This isn’t a new technology, they’ve been around since the 1980s in Europe and Japan (Japan actually started working on them during WWII but they became popular in the 80s). But in this coming decade they will make more sense than ever for the US.

Bullet Trains travel at 300-mph as opposed to normal trains that travel at 55-mph. Having trains only move at 55 mph is why plane travel is preferred in the US.

During the Air Traffic Controllers strike, I traveled from NYC to Chicago by train. It was horrible, even though the train was much roomier than a plane; it took a day to travel the 700+ miles. A Bullet Train the trip would take less than 3 hours.

In the coming decade the cost of energy, especially oil, will rise. On a cost per ton basis trains are the cheapest way to travel. With rising energy costs train travel will make a comeback and passengers will start demanding they are competitive with the airlines.

The whole reason Bullet Trains have never been used here in the US is that airlines don’t want the competition. But as we saw in 2008 the airline industry can’t survive $150 barrel oil.

Bullet Trains will start connecting the major cities in America over the next decade giving travelers a choice between flying and uncomfortably arriving at their destination quickly, or taking roughly twice as long, more comfortably for a quarter the cost.

6) Speak Gibberish in any language
Since the mid 90s places like babblefish have been able to translate text from one language into gibberish in another. For example if I take this Buckminster Fuller phrase and translate it into Japanese then translate it back, it almost but not quite makes sense.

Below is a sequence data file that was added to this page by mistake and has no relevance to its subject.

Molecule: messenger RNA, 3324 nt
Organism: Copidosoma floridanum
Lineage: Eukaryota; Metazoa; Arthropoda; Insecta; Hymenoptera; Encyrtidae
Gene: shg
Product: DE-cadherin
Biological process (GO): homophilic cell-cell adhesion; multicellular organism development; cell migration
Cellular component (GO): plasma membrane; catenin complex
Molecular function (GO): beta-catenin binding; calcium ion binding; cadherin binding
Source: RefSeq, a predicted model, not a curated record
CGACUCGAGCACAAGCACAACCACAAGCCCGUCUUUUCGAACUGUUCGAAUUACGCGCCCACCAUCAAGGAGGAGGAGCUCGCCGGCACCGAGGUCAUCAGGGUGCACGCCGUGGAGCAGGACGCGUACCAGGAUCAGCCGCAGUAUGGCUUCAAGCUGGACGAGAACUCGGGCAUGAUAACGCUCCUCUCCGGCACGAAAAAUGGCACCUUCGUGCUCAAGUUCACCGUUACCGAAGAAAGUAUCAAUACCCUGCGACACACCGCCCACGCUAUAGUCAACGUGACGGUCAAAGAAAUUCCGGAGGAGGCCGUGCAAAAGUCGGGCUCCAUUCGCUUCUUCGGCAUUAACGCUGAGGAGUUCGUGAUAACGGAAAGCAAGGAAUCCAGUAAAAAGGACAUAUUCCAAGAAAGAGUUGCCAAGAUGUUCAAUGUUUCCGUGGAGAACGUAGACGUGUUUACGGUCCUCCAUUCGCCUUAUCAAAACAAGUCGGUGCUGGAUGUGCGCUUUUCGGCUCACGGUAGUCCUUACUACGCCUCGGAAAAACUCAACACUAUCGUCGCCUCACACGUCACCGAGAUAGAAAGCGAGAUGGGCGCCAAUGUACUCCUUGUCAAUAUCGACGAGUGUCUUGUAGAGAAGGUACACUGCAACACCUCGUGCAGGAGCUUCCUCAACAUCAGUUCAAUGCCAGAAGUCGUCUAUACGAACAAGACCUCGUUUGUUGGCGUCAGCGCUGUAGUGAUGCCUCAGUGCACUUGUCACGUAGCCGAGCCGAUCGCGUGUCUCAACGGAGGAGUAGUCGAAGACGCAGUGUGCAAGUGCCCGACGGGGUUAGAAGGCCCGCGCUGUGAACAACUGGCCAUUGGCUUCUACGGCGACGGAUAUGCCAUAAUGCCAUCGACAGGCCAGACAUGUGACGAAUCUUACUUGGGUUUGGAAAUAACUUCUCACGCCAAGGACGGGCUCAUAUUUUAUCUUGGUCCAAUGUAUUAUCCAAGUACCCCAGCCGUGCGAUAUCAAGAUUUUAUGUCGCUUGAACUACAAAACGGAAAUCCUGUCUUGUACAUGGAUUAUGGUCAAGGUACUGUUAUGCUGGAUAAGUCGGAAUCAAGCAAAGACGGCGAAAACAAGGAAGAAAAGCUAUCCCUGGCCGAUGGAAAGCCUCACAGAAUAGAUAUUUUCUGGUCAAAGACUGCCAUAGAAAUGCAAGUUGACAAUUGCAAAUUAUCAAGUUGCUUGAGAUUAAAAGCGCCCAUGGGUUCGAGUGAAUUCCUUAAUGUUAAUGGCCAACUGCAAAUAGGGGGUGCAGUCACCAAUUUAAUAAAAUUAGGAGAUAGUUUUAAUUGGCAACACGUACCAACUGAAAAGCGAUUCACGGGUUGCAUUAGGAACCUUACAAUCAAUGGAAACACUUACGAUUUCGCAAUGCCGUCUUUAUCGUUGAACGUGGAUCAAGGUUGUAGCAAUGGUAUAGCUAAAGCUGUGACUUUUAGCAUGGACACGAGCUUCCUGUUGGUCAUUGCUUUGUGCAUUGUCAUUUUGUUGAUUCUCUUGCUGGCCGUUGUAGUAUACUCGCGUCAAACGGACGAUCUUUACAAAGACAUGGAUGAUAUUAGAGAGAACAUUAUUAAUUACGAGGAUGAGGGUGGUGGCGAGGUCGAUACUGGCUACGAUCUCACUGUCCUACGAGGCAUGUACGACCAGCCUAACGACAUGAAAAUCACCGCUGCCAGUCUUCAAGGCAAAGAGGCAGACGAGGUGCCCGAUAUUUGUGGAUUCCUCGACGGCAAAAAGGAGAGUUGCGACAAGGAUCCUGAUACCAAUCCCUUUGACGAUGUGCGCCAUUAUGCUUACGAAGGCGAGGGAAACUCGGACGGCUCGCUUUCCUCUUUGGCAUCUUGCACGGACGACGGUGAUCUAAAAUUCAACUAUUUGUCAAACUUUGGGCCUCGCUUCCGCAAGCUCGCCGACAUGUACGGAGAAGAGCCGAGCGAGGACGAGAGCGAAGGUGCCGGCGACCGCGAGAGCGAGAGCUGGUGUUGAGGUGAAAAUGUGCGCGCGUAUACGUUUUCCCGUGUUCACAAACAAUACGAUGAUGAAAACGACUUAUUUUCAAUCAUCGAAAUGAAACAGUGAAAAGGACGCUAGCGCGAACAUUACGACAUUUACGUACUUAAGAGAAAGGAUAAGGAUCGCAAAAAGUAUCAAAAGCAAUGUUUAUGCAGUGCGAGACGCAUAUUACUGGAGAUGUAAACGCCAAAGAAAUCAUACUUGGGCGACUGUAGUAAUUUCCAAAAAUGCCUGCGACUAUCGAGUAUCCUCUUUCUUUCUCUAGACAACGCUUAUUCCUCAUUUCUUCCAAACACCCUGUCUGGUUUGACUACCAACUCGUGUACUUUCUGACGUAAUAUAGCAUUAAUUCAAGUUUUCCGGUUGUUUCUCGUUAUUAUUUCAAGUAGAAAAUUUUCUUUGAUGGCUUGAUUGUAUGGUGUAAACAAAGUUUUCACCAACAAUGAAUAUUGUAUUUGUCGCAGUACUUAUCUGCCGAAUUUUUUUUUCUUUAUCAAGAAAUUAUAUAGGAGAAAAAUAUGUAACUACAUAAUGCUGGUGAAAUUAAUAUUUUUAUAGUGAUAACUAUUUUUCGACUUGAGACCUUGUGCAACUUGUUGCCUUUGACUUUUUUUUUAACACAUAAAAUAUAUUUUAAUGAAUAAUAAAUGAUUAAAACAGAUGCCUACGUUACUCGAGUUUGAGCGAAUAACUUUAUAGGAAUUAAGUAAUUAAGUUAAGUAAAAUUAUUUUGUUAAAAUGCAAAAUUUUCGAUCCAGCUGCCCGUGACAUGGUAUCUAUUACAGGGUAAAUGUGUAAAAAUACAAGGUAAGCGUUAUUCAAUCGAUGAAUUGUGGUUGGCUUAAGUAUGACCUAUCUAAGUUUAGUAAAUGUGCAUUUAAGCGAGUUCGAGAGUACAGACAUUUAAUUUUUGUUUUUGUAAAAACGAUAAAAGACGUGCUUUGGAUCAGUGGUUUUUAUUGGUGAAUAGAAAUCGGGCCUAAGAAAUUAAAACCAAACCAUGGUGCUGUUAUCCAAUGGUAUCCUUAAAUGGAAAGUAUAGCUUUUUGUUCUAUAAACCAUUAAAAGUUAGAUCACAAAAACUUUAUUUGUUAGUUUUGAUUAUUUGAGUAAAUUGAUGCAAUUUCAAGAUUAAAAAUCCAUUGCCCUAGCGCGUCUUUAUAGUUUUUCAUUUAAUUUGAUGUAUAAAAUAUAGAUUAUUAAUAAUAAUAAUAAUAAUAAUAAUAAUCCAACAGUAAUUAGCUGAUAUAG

Children are born true scientists. They spontaneously experiment and experience and reexperience again. They select, combine, and test, seeking to find order in their experiences - "which is the mostest? which is the leastest?" They smell, taste, bite, and touch-test for hardness, softness, springiness, roughness, smoothness, coldness, warmness: they heft, shake, punch, squeeze, push, crush, rub, and try to pull things apart.”

Translates into this:
The child is the true scientist who is born. They reach voluntarily and reexperience experiment, experience for the second time. They to choose, connect, and test, order of their experiences - " In order to find, you endeavor; It is mostest which? It is leastest which? " They, and hardness and tenderness, flexibility, are rough, touching test smell for smoothness, coolness and warmness does, taste does, bites: They raise, shake, strike, squeeze, push, crush, rub, try the fact that it pulls from thing and separated.”

At the moment this useful product can only deal with text, but voice recognition software is getting good at identifying 90% of the words it is told so soon you will be able talk over the internet and have 9 out of 10 words you speak translated into gibberish.